Questions and answers with William Bialek
William “Bill” Bialek is the John Archibald Wheeler/Battelle Professor in Physics at Princeton University in New Jersey and Visiting Presidential Professor of Physics at the Graduate Center of the City University of New York. He conducts theoretical research at the interface of physics and biology, from the dynamics of individual biological molecules to learning and cognition. Bialek is a member of the National Academy of Sciences, a fellow of the American Physical Society, and recipient of the Society for Neuroscience’s 2013 Swartz Prize for Theoretical and Computational Neuroscience for his work on neural coding and computation in the brain.
Bialek earned his bachelor’s degree in 1979 and doctoral degree in 1983 from the University of California, Berkeley. He returned to teach there in 1986 after postdoctoral stints at the University of Groningen in the Netherlands and the Institute for Theoretical Physics (now named in honor of the Kavli Foundation) in Santa Barbara, California. In 1990 he moved to Princeton, New Jersey, to work for the NEC Research Institute (now the NEC Laboratories). He joined the Princeton University faculty in 2001.
In addition to his research, Bialek has been working to establish biophysics as a subdiscipline within physics. At NEC, he organized the Princeton Lectures on Biophysics to introduce young physicists to problems at the interface of physics and biology. From 1998 to 2002, he codirected the computational neuroscience summer course at the Marine Biological Laboratory in Woods Hole, Massachusetts. Currently he is participating in an educational experiment at Princeton to create an integrated and mathematically sophisticated introduction to the natural sciences for first-year college students.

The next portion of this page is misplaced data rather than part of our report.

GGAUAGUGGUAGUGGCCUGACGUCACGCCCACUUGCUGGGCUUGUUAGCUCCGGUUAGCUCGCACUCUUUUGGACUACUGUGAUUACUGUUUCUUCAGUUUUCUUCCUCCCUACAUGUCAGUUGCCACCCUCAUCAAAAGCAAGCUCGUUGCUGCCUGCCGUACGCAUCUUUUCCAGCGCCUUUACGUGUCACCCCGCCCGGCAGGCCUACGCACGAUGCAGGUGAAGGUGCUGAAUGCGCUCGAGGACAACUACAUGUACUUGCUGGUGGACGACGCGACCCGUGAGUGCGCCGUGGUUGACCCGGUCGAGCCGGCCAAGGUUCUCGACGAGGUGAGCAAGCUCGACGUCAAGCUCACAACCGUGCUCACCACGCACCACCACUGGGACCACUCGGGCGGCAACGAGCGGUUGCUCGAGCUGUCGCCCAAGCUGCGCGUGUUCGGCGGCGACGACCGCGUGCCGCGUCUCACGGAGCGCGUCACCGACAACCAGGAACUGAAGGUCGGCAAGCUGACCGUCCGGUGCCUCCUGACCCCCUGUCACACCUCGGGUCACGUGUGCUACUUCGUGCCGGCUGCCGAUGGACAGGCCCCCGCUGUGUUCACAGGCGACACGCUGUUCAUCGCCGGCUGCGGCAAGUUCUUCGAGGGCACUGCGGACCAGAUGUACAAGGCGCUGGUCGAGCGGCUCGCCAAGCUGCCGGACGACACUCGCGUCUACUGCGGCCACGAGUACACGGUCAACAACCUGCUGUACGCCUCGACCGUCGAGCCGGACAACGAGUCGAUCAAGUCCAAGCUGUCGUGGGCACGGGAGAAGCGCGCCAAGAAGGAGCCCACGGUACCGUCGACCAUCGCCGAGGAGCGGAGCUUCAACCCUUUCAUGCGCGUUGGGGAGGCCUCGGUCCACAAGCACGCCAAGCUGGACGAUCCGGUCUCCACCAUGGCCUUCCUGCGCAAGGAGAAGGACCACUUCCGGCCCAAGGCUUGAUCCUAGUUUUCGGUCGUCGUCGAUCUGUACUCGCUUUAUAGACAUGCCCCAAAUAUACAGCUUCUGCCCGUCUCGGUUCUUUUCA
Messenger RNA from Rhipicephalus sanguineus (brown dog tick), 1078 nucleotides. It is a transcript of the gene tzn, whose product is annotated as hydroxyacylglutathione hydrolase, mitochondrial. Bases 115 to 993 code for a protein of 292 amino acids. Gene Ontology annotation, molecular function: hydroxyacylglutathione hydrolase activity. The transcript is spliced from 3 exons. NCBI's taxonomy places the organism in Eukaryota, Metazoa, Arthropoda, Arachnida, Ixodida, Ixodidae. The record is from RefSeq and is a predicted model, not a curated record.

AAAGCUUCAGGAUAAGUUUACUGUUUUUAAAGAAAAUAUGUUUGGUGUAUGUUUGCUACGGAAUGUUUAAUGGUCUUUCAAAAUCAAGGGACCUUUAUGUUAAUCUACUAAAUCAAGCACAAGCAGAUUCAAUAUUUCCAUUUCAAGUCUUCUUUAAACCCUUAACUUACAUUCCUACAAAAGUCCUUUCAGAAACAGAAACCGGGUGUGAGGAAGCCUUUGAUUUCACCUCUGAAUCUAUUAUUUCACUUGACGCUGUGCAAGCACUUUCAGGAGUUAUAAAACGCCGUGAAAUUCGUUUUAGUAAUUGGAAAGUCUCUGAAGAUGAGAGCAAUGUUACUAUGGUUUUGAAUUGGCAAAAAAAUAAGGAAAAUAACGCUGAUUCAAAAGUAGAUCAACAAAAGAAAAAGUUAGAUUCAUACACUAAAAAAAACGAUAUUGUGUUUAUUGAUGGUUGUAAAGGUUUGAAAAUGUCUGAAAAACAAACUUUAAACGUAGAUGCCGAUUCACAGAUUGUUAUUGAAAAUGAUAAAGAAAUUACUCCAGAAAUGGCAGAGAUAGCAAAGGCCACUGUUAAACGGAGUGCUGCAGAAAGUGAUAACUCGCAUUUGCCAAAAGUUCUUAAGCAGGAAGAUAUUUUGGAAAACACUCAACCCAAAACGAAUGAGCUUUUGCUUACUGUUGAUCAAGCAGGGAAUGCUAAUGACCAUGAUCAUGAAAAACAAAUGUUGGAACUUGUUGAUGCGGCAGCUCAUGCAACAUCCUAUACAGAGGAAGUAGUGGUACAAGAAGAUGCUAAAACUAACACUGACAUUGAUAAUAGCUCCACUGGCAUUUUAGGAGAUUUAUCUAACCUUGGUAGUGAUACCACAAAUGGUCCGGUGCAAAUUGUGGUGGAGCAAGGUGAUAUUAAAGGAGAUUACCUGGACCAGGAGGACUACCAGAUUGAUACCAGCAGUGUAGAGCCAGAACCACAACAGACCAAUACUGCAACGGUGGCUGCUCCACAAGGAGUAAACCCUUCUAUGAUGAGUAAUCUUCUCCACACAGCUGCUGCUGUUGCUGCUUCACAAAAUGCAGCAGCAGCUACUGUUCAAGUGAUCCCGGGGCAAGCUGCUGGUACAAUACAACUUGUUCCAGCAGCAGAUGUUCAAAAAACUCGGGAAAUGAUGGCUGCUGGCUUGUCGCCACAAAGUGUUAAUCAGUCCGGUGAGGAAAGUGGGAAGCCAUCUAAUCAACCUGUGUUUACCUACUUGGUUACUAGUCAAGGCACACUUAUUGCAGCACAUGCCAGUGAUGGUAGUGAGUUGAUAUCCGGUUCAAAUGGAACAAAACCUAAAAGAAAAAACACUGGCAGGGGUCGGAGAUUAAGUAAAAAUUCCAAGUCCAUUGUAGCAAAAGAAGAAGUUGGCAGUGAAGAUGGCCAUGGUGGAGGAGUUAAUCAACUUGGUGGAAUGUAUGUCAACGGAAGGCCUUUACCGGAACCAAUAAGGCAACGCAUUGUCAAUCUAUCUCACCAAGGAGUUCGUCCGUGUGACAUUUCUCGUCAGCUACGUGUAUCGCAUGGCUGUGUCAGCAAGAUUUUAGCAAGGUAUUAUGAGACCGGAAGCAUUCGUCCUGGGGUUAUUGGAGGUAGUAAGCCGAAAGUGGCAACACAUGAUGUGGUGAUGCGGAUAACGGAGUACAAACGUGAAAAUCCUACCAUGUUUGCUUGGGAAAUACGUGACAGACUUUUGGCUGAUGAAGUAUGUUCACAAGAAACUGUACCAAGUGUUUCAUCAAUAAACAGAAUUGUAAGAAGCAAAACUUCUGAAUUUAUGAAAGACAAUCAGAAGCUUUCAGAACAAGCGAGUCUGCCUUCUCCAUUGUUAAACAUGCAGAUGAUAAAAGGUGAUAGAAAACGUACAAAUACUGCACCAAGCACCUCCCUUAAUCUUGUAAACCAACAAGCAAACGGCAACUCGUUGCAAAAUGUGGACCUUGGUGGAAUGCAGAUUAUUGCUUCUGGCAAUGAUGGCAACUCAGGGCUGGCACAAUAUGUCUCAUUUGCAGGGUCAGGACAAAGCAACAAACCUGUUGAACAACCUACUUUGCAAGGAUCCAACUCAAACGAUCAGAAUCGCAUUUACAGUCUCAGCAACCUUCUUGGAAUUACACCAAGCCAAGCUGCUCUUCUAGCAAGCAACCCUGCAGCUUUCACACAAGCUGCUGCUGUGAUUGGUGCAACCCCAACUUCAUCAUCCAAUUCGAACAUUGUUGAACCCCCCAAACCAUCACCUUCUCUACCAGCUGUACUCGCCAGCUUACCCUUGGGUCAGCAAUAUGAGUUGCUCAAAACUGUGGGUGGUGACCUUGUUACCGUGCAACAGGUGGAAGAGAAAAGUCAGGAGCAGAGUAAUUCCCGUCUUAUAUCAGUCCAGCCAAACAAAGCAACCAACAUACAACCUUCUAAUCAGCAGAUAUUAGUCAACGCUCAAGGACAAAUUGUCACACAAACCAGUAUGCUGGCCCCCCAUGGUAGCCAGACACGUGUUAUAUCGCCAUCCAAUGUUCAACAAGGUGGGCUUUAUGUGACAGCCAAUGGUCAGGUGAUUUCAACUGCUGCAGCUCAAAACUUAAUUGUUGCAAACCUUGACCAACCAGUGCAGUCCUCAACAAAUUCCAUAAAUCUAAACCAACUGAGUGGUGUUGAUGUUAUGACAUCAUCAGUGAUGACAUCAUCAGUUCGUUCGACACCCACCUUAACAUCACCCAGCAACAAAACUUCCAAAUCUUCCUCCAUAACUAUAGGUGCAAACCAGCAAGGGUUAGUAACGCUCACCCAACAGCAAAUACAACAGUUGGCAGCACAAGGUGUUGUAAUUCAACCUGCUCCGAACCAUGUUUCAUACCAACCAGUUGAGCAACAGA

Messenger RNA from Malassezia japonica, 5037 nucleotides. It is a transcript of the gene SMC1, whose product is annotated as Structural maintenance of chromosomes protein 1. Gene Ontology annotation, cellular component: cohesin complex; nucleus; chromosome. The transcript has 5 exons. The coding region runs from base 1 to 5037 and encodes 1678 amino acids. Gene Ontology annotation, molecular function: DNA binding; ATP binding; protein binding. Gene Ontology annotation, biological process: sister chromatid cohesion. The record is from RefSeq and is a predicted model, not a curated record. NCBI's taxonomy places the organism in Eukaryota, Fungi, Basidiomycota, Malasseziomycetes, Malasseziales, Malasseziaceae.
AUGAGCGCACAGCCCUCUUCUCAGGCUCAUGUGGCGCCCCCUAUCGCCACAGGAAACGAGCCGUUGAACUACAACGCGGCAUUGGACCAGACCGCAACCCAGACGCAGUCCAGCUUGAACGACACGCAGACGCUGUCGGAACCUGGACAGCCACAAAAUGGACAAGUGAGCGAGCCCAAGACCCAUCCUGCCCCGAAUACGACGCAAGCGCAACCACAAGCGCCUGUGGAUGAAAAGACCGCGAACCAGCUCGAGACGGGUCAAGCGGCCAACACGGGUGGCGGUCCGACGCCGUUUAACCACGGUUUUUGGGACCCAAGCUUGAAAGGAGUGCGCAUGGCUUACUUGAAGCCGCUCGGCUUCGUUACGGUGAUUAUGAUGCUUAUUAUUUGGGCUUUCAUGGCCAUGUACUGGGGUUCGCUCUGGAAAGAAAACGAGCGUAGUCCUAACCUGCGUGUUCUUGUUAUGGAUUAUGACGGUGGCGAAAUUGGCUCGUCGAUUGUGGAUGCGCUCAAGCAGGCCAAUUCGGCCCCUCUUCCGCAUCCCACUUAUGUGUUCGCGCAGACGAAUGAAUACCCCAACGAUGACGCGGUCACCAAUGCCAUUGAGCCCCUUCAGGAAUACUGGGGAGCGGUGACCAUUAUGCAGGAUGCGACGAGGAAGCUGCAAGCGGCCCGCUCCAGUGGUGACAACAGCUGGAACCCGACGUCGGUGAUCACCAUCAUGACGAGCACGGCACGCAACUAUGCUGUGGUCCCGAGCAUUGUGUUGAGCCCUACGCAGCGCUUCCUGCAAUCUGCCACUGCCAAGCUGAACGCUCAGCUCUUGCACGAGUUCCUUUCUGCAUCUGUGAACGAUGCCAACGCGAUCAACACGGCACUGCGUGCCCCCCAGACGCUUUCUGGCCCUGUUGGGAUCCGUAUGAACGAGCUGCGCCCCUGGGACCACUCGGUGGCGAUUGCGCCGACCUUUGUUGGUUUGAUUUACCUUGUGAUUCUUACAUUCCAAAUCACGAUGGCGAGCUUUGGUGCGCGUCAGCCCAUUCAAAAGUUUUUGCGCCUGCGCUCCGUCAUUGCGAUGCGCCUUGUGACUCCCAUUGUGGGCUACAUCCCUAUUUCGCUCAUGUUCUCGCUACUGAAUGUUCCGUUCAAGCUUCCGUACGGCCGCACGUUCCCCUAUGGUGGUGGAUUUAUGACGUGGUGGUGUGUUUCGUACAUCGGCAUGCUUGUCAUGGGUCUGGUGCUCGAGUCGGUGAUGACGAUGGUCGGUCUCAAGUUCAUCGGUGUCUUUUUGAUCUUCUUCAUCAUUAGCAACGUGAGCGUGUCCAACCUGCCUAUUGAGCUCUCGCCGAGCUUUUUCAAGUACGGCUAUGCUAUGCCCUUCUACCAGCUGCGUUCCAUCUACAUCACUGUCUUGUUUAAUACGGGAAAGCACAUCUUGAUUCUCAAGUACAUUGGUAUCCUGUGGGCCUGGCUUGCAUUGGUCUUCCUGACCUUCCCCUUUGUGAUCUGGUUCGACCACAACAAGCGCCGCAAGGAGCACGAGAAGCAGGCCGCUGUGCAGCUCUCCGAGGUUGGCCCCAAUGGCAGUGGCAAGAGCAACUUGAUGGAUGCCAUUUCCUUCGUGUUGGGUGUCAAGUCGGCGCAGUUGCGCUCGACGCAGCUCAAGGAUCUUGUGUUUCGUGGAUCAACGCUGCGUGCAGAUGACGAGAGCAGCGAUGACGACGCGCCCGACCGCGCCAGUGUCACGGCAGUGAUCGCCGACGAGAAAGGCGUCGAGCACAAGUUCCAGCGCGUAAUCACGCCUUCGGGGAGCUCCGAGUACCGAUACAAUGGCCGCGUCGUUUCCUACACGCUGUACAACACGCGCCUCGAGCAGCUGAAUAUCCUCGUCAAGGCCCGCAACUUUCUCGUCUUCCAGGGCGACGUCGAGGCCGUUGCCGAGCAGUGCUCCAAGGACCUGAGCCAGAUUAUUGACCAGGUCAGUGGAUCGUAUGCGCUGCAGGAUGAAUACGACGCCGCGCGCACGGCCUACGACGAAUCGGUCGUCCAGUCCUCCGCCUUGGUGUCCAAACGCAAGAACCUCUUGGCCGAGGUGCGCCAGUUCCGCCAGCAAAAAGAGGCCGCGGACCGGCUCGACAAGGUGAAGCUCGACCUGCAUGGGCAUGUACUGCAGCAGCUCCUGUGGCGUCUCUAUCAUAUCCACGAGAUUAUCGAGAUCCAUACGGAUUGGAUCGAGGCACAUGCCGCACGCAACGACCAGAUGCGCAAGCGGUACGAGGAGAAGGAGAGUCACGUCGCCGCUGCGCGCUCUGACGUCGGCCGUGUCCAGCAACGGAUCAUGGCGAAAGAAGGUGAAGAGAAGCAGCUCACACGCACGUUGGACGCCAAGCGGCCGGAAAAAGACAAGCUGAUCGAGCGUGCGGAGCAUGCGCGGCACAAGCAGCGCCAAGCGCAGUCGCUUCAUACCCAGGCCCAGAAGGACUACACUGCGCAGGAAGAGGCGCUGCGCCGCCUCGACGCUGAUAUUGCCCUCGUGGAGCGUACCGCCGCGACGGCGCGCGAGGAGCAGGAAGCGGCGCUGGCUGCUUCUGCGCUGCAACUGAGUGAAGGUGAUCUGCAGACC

Looking to capture the breadth of his field, Bialek has written his first textbook, Biophysics: Searching for Principles (Princeton University Press, 2012). Physics Today recently caught up with him to discuss the book.
William “Bill” Bialek
PT: How does your approach to biophysics compare with others, and how is that approach reflected in the layout of your text?
Bialek: I think most previous textbooks have presented biophysics as a biological science, or perhaps as a cross-disciplinary amalgam. I have taken the view that there is a physics of biological systems and that this is to be understood in the same way that we talk about the physics of solids or the physics of the early universe. So this book tries to present biophysics as a branch of physics.
The physics of biological systems is a very broad subject, and I have tried to capture as much of this breadth as I could: from the dynamics of single molecules to the collective behavior of populations of organisms. This is in contrast to most other books on the subject, which really are focused at one level of organization. It is popular to organize the subject by scale, starting with the molecular building blocks of life, but as I explain in the introduction to the book, this creates the illusion that we actually know how to build from one scale to the next, and we don’t. And physicists recoil from the memorization of details, so starting with long lists is a good way to turn off a physics audience, especially if it turns out that all those details don’t immediately help you understand the really interesting questions that are raised by the macroscopic phenomena of life.